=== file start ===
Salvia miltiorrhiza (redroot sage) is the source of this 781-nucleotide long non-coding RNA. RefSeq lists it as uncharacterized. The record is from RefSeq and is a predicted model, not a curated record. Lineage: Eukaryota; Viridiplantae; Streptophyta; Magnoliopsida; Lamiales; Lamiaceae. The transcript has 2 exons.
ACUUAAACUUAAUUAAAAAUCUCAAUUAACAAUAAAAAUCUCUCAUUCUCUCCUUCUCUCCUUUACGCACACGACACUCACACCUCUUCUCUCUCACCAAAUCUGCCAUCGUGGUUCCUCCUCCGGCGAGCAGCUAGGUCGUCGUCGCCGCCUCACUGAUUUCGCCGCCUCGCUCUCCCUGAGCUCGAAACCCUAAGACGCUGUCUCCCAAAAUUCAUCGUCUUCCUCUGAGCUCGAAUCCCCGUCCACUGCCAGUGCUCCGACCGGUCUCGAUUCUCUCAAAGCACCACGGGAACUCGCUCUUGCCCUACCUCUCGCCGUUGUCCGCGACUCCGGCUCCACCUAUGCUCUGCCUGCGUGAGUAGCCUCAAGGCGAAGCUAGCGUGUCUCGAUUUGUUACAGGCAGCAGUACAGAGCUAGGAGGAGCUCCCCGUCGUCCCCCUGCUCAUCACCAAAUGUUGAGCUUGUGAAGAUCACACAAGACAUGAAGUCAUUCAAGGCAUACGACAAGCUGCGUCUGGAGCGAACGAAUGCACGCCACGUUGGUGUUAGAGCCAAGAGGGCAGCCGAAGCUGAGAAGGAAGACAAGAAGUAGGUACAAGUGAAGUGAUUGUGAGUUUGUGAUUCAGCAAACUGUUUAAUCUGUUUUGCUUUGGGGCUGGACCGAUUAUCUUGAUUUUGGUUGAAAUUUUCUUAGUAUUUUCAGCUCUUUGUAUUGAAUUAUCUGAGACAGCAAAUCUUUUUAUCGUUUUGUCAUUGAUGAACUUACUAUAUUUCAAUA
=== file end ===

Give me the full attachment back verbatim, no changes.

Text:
Salvia miltiorrhiza (redroot sage) is the source of this 781-nucleotide long non-coding RNA. RefSeq lists it as uncharacterized. The record is from RefSeq and is a predicted model, not a curated record. Lineage: Eukaryota; Viridiplantae; Streptophyta; Magnoliopsida; Lamiales; Lamiaceae. The transcript has 2 exons.
ACUUAAACUUAAUUAAAAAUCUCAAUUAACAAUAAAAAUCUCUCAUUCUCUCCUUCUCUCCUUUACGCACACGACACUCACACCUCUUCUCUCUCACCAAAUCUGCCAUCGUGGUUCCUCCUCCGGCGAGCAGCUAGGUCGUCGUCGCCGCCUCACUGAUUUCGCCGCCUCGCUCUCCCUGAGCUCGAAACCCUAAGACGCUGUCUCCCAAAAUUCAUCGUCUUCCUCUGAGCUCGAAUCCCCGUCCACUGCCAGUGCUCCGACCGGUCUCGAUUCUCUCAAAGCACCACGGGAACUCGCUCUUGCCCUACCUCUCGCCGUUGUCCGCGACUCCGGCUCCACCUAUGCUCUGCCUGCGUGAGUAGCCUCAAGGCGAAGCUAGCGUGUCUCGAUUUGUUACAGGCAGCAGUACAGAGCUAGGAGGAGCUCCCCGUCGUCCCCCUGCUCAUCACCAAAUGUUGAGCUUGUGAAGAUCACACAAGACAUGAAGUCAUUCAAGGCAUACGACAAGCUGCGUCUGGAGCGAACGAAUGCACGCCACGUUGGUGUUAGAGCCAAGAGGGCAGCCGAAGCUGAGAAGGAAGACAAGAAGUAGGUACAAGUGAAGUGAUUGUGAGUUUGUGAUUCAGCAAACUGUUUAAUCUGUUUUGCUUUGGGGCUGGACCGAUUAUCUUGAUUUUGGUUGAAAUUUUCUUAGUAUUUUCAGCUCUUUGUAUUGAAUUAUCUGAGACAGCAAAUCUUUUUAUCGUUUUGUCAUUGAUGAACUUACUAUAUUUCAAUA